I was reassured to find that there are other folks out there who are also
confused about this. The consensus seems to be that 512 bytes is a standard
physical blocksize on a disk. This can be changed by jumpering or formatting,
but generally is not changed. 8K is the default size of ufs filesystems,
with newfs, and is the standard size of data chunks that are read to/from the
disk. This too is configurable.
Thanks very much to everyone who replied!!!!
J. Reed - email@example.com
The 512-byte blocksize is a hangover from older System V source code.
In Solaris, that really applies only to the default form of the "du" and
"df" commands, which reports their output in 512-byte blocks. The 8K
blocksize is the default blocksize when using "newfs" to make new UFS
filesystems. I would expect the Oracle people to be interested in the actual
blocksize used for the filesystem(s) that their database files will use.
If those filesystem(s) were created with standard UFS defaults, then the
block size they care about is 8K.
Disk sector sizing (while it could be set at just about anything) is
usually set at 512 bytes per sector for most versions of Unix. This
accomodates a reasonable amount of data with most disks within a track
geometry, and if you lose a little at the end of the track it's less
than 512 bytes so who cares? (BTW, disk geometry can be hard- or soft-
sector formatted. ie. jumpered or controlled by an "init device"
command of some type, depending on the controller you use.)
Memory, however, is usually allocated in 1024 or 2048 32-bit words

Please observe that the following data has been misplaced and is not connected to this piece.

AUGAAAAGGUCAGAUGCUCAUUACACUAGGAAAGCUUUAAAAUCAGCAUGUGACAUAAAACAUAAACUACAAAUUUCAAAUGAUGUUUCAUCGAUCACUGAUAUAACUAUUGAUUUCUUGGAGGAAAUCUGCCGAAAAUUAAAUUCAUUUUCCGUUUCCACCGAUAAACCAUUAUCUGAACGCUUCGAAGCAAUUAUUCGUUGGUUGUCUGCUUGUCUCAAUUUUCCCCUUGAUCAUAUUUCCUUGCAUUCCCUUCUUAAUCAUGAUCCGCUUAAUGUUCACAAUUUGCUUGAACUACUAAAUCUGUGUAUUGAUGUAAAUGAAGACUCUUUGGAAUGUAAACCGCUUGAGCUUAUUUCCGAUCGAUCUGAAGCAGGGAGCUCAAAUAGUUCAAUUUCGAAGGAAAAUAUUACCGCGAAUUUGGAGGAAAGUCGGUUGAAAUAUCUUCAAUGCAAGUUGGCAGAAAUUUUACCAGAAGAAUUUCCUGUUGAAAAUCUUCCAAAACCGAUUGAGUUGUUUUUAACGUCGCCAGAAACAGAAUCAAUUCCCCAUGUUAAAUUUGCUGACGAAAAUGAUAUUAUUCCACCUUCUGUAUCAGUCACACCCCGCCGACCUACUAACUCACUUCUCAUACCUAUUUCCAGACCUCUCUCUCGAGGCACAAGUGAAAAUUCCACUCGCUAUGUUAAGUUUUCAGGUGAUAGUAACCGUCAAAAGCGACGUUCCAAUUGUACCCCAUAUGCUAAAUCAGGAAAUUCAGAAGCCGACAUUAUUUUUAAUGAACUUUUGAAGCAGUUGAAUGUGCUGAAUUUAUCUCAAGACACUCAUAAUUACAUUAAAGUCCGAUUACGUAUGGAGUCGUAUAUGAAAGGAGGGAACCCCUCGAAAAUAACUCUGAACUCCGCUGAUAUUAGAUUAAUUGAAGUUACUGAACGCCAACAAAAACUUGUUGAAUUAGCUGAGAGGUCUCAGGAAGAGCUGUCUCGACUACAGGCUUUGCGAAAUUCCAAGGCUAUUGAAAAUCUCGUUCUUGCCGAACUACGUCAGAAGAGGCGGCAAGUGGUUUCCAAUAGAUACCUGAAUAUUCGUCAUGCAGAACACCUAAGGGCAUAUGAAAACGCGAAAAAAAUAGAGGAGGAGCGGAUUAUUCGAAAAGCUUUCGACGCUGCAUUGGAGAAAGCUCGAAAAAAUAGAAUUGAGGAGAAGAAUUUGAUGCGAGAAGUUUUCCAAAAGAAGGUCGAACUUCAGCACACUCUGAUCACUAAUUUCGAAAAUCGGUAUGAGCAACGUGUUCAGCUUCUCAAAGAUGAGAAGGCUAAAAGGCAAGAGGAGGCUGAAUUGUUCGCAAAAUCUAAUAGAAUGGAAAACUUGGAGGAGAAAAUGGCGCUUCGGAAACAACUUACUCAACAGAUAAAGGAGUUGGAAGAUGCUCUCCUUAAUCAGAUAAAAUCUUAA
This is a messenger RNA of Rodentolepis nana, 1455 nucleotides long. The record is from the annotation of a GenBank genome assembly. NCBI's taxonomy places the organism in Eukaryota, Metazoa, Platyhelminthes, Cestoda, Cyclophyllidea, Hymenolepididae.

(depending on the platform). Therefore most buffered I/O ends up in
8Kb buffers by default, since it happens to gracefully fall on a
common allocation unit.
As for how to manipulate them, many programs allow you to specify a
blocksize. (This usually means buffersize... so they can look for some
header that is added. tar, for instance, allows a -b option.
This 512B vs. 8K block issue is "disk block" vs. "filesystem block"
to be accurate.
This is not a Solaris specific issue. The idea is back to the old
days of 4.2BSD, where BFFS (Berkely Fast File System) was developed,
and since BFFS is the base of UFS design (SVR4's standard filesystem
type), all things applying to BFFS also applies to UFS and therefore
"Disk block" is a physical term, at the hardware level, and means
the smallest possible transfer unit of a disk, which is usually
"Filesystem block", on the other hand, is the logical unit that
is read or written by the kernel filesystem code. A bigger FS block
(often) results in better performance since disk is a very slow device
in comparison with CPU and RAM, and it is very expensive to position
the head for example 16 times and transfer 16 512B blocks rather
than positioning the head once, and transfering one big 8K block.
The default FS block size is 8K in UFS, but you can change it
if you want.
If you would like to know about the design of BFFS (which I highly
recommend, both as a sample of a very intelligent design and as a
real-life technology that you are involved with as a sysadmin), read